Step 3: Creating Good Soil
Step 4: Choosing Easy Crops
Step 5: Begin Composting
Because this is a beginner’s series, I’m going to teach you the most important and yet basic information about composting. Understanding this will make you a great composter.
Why compost? Every “green thumb” knows that the difference between a good crop and a poor one is fertilizer. The very best and cheapest fertilizer is compost.
First of all, realize that compost just happens. Decomposition of dead matter doesn’t require any assistance from us, nature just takes care of itself. It’s just basic biology.
Passive composting is what happens naturally, active composting is when we humans step in to speed the process up. Both render wonderful compost, one method is just quicker than the other.
With that in mind, resist the temptation to run out and buy one of the many groovy composting contraptions available on the market out there. You really don’t need any of them. If you choose to own something like that down the road, once you get a little more experience under your belt, go for it. You might find that one of those products truly fits a need you might have (like trying to compost in urban areas). But for now, let just talk “pile”.
The above diagram is just about as fancy as it needs to get, frankly. If you are in a location that would allow a “heap” or or “pile” in the corner of your yard somewhere, I would begin with that.
Compost bins made from old pallets are popular, try to make sure the wood isn’t treated, although that’s not easy to tell sometimes.
Personally, I do not care for the chicken wire idea. This makes it nearly impossible to turn your pile, which is critical to speedy composting.
Effective compost needs the following:
Take a mental picture of the first “pile”. Notice how it has mostly “brown” (or completely lacking life) materials with less “green” materials? That’s referred to as the carbon/nitrogen ratio and it has everything to do with how fast or slow your compost pile will decompose.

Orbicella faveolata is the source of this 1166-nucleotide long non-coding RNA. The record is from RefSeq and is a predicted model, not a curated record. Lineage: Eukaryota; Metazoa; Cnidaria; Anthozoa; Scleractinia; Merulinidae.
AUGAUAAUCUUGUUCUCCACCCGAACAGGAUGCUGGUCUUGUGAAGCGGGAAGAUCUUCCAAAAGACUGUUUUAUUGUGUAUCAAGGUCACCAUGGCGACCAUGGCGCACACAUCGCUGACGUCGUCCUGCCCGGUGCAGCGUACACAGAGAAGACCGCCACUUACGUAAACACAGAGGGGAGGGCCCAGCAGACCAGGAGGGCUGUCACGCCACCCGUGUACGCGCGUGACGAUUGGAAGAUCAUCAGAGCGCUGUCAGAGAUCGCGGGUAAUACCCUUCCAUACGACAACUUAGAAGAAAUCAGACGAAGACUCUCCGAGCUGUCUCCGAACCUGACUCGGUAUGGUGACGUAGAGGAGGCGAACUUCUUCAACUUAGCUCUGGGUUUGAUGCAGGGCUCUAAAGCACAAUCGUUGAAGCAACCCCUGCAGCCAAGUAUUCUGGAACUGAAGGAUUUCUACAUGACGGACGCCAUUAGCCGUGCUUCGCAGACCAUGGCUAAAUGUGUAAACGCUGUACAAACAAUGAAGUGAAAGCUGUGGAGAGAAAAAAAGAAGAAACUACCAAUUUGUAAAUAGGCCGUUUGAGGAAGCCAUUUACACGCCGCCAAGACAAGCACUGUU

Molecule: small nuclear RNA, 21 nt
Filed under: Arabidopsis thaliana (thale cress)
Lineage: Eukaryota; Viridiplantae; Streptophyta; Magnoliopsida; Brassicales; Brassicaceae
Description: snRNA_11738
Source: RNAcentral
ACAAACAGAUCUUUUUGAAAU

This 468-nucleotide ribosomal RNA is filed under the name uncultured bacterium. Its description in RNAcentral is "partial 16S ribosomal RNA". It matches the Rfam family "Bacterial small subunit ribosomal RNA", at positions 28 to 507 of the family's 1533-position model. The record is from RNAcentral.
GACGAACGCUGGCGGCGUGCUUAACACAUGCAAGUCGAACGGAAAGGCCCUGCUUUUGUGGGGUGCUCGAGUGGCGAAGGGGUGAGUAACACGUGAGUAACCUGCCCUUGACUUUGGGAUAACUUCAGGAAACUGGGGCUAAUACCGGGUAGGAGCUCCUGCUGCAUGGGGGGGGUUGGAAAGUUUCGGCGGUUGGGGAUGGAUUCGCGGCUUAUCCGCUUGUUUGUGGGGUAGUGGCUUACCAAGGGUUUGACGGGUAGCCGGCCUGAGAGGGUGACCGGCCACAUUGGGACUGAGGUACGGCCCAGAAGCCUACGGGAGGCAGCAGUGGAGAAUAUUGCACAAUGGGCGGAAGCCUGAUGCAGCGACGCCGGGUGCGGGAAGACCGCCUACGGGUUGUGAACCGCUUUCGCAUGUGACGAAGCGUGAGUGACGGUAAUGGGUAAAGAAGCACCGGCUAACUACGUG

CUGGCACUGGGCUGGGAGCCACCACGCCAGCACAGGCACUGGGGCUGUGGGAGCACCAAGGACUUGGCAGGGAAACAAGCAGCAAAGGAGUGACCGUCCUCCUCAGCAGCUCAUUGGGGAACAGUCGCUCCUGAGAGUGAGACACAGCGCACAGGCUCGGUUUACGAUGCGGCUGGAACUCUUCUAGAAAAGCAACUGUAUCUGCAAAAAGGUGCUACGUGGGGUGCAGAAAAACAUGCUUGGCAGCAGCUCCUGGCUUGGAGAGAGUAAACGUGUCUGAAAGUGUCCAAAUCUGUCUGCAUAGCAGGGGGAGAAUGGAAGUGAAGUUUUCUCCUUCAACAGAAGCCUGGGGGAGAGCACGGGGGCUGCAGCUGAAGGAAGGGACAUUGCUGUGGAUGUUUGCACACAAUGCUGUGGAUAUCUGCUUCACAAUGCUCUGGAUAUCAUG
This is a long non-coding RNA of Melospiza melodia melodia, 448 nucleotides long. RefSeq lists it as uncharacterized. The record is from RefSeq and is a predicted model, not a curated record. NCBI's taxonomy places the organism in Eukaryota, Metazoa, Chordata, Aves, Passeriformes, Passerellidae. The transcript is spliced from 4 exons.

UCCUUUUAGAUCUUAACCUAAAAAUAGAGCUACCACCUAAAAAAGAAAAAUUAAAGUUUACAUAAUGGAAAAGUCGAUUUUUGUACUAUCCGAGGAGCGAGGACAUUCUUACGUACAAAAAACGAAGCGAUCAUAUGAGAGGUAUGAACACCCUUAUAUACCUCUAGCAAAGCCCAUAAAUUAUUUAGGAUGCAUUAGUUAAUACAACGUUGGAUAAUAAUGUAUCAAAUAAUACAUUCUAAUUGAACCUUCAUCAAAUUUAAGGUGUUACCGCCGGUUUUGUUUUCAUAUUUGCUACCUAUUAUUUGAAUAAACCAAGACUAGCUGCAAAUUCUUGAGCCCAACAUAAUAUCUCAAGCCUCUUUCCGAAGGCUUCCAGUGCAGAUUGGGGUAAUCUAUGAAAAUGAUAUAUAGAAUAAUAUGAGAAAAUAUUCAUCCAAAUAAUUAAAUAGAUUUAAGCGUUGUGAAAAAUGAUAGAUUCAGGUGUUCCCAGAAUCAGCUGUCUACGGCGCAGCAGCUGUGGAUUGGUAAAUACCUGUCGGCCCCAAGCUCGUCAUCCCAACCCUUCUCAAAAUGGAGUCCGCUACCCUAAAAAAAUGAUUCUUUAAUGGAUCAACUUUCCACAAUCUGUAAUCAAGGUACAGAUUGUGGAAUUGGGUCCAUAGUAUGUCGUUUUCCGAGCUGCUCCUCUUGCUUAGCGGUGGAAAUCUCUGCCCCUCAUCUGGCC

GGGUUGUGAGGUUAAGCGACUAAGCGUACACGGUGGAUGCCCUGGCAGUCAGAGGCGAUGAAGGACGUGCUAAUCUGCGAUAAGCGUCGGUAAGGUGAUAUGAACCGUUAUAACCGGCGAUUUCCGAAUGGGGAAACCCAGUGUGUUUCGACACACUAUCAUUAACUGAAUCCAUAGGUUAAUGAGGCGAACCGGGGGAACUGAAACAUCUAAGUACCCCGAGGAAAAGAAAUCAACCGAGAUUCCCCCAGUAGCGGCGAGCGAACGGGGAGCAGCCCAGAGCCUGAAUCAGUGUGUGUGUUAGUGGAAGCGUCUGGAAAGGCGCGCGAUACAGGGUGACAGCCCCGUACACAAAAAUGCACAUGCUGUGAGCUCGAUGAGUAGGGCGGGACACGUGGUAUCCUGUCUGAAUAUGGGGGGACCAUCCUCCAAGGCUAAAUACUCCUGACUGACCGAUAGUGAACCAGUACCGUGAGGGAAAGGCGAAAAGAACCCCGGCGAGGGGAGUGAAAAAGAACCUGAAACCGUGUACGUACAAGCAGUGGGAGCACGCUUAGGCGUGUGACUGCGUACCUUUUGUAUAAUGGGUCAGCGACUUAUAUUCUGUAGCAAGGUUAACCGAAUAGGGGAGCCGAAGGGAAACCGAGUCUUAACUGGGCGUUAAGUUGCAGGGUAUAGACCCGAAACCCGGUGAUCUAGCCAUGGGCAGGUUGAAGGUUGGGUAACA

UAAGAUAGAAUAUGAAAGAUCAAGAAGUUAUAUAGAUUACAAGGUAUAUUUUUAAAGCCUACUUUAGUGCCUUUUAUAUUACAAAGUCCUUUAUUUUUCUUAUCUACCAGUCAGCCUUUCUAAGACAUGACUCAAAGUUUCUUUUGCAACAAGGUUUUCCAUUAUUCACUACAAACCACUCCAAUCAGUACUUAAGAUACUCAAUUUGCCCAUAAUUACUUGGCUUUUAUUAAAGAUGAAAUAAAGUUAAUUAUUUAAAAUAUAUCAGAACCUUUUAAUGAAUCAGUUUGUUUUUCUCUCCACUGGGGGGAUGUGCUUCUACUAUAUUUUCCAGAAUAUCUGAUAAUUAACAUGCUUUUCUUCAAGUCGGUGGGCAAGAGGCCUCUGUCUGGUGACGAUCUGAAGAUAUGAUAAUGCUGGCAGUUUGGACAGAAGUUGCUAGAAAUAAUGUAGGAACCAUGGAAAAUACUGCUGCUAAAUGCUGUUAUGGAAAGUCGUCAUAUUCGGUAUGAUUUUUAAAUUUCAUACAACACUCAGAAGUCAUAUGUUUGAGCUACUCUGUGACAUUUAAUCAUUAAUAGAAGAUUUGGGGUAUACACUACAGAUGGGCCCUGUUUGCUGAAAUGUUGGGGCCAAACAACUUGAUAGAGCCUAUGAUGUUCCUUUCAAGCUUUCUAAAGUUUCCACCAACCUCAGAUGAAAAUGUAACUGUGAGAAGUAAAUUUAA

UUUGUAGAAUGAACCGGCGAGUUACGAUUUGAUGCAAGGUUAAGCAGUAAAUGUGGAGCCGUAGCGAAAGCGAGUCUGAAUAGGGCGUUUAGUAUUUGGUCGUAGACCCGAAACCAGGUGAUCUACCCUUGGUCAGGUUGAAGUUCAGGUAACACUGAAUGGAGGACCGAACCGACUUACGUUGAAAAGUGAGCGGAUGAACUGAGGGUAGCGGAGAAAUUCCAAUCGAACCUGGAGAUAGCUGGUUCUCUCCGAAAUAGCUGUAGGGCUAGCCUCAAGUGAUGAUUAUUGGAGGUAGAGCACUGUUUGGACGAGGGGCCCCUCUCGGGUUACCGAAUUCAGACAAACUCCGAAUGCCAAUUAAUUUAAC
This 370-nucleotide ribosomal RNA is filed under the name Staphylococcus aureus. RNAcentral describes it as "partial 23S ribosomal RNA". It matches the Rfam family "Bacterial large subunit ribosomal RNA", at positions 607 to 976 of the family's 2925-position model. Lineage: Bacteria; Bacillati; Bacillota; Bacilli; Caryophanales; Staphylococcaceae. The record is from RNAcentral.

Here’s all the beginner needs to know. Try to add about a 3:1 ratio of “browns” to “greens” in your pile. This rarely works out exactly. But remember, compost will always happen! We’re only talking about the speed with which it will happen with proper conditions.
What’s a “green” and what’s a “brown“??
“Greens” bring nitrogen to your pile:Kitchen scraps, such as peels from fruits and vegetables.Coffee grinds and tea bagsFresh leaves, twigs and grass clippingsComposted manure(Avoid meats, dairy and fats)“Browns” are the carbons that your pile needs:Hair and dryer lintDry leaves and twigs, grass clippingsPaper and wood products, in small piecesLintStraw
A few more pointers:
* Start your pile with a 2-4″ layer of “browns”, like leaves, twigs, straw, etc.
* Continue to add layers of “greens” and “browns”, keeping in mind that 3:1 browns to greens works best.
* When you add a layer of food scraps, always cover with a little soil to discourage critters from visiting your heap.
* Water your pile every couple of days and turn several times a week. This speeds up decomposition.
* Your pile should not smell! If it does, add more “brown” materials, turn more frequently and make sure it’s getting enough air circulation. Your pile should smell like sweet soil or peat moss.
*Placing your pile at a “downwind” location from your home is recommended.
* I like using a pitch-fork to turn my pile.
* Also avoid the use of human, dog or cat manure. This is toxic.
Composting isn’t a perfect science, so don’t get hung up on the fact that you might make mistakes. JUST get started! We are all learning along the way!
Once you start to see your “black gold” developing under your compost pile, you’ll want to start more piles! It’s pretty exciting!